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2012 Big Year

May 26 - VNC Field Trip to Laguna Seca Road

Today was the monthly Valley Nature Center Field trip, this month's destination being "Leader's Choice", so since Norma Friedrich was the leader, she chose Laguna Seca Road, a lightly traveled loop in northern Hidalgo County (and which leads, of course, to Laguna Seca Ranch, although a visit there was not on the itinerary).  The rest of the crew included Linda Butcher, Cheryle Beck, Mary Jane Syvertsen and myself.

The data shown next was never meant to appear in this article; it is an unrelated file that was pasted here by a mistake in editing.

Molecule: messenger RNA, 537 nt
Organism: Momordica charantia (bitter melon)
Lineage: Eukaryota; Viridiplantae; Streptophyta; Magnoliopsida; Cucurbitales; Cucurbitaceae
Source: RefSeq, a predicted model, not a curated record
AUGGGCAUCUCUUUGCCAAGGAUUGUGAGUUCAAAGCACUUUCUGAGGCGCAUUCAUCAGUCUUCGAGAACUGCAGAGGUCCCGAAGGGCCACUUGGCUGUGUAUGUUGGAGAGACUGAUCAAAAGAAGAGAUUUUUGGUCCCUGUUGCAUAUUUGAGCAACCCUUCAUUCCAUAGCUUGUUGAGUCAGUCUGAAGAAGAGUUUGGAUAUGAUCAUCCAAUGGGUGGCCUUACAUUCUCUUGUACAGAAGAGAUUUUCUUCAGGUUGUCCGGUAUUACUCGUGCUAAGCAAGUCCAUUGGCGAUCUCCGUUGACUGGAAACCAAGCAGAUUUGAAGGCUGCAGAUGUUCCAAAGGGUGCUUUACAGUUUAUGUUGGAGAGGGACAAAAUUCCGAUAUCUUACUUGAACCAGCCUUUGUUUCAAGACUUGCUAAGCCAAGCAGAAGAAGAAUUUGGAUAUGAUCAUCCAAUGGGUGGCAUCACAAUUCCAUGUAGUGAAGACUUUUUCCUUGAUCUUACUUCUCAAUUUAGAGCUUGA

I had never been on this road, but it has fabulous potential and (as Norma and others have insisted) would be great for sparrows in winter!  The habitat varied from thick mesquite thornscrub to more open grassland/scrubby areas (much like the habitat around La Sal del Rey), and as is expected along the La Sal loop, we saw plenty of Painted Buntings (several singing from the wires), a handful of Blue Grosbeaks (a lifer for Mary Jane), and the expected raptors (both vultures, Caracara, and White-tailed Hawk).  What wasn't expected was an adult Red-tailed Hawk that Mary Jane spotted!  Both Cardinals and Pyrrhuloxias abounded, and we heard Cassin's Sparrows singing in the distance.  At one stop a Black-throated Sparrow allowed brief views (I heard it singing), and a Summer Tanager sang close to the road, frustrating all of us as it was another life bird for MJ, but it finally flew into a dead tree that allowed identifiable, if distant, looks!  There were also plenty of Scissor-tailed Flycatchers about; at the tanager spot I thought one flew by when Cheryle said, "Oh, I thought it was a cuckoo!"  Sure enough, said cuckoo then started calling from the bushes...  ☺ Bobwhites were all over, and MJ spotted one sitting on top of a bush!  We also passed what looked like a couple of ponds in the making on private property (complete with observation deck); earlier a Green Heron had flown overhead, so we speculated that he came from here!  Linda was a Master Naturalist and pointed out a lot of the native plants to us (I learned the difference between a Mexican Blanket and a Mexican Hat)!